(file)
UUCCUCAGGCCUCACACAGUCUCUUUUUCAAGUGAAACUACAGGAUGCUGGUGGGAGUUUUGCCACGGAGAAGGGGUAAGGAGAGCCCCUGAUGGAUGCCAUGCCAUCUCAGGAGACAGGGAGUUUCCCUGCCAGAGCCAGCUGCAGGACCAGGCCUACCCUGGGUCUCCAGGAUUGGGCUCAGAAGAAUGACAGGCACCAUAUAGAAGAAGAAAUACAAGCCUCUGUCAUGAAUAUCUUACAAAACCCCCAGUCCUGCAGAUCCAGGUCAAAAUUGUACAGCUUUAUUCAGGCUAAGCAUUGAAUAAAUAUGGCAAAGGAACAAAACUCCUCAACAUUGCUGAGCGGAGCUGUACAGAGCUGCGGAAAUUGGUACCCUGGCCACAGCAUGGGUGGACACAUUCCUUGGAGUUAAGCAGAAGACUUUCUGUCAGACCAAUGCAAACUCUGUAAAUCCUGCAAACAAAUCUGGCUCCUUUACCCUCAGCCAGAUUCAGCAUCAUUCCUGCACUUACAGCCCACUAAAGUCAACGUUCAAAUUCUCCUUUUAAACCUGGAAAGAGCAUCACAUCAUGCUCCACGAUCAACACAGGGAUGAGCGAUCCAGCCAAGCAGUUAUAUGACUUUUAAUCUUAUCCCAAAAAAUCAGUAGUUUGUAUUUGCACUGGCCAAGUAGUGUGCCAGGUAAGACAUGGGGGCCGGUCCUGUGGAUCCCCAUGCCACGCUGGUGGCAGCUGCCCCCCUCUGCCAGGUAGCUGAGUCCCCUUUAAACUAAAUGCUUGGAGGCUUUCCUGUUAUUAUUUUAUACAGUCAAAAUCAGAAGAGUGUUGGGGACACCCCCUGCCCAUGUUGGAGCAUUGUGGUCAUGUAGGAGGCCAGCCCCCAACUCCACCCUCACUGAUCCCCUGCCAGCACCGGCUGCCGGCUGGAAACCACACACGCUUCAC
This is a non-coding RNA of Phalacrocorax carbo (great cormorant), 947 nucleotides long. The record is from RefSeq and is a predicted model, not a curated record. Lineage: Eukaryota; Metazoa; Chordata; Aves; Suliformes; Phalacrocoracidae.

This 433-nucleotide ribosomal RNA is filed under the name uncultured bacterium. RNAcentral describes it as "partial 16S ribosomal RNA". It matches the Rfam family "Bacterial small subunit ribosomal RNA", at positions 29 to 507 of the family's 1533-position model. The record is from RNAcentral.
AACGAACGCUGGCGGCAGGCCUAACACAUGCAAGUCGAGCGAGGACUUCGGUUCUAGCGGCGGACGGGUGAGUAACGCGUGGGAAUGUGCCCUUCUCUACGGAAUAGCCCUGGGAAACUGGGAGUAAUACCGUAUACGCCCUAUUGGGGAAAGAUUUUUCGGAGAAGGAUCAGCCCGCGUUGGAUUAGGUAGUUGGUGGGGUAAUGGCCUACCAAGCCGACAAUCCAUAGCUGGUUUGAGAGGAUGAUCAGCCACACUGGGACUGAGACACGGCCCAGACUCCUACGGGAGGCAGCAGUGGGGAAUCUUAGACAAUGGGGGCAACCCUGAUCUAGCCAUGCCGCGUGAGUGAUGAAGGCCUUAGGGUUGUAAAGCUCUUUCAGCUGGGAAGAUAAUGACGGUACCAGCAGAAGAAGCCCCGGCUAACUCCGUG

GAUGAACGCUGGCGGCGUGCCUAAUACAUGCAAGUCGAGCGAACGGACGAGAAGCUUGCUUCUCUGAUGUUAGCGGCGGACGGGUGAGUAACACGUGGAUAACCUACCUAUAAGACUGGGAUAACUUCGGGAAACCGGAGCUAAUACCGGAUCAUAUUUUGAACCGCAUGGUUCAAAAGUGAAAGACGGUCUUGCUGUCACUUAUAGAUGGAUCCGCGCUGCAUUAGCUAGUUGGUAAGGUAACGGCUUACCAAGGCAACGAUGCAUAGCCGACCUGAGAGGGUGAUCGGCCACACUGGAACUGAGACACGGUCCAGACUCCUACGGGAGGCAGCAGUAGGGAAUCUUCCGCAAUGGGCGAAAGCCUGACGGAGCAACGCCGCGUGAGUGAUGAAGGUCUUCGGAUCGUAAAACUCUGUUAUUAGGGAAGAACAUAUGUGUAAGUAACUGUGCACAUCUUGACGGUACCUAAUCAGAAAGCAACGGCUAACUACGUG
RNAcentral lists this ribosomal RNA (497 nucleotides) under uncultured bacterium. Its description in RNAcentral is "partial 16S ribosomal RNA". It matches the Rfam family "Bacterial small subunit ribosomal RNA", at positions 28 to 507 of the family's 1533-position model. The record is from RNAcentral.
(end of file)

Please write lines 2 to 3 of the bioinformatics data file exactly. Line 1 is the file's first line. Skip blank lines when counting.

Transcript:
This is a non-coding RNA of Phalacrocorax carbo (great cormorant), 947 nucleotides long. The record is from RefSeq and is a predicted model, not a curated record. Lineage: Eukaryota; Metazoa; Chordata; Aves; Suliformes; Phalacrocoracidae.

This 433-nucleotide ribosomal RNA is filed under the name uncultured bacterium. RNAcentral describes it as "partial 16S ribosomal RNA". It matches the Rfam family "Bacterial small subunit ribosomal RNA", at positions 29 to 507 of the family's 1533-position model. The record is from RNAcentral.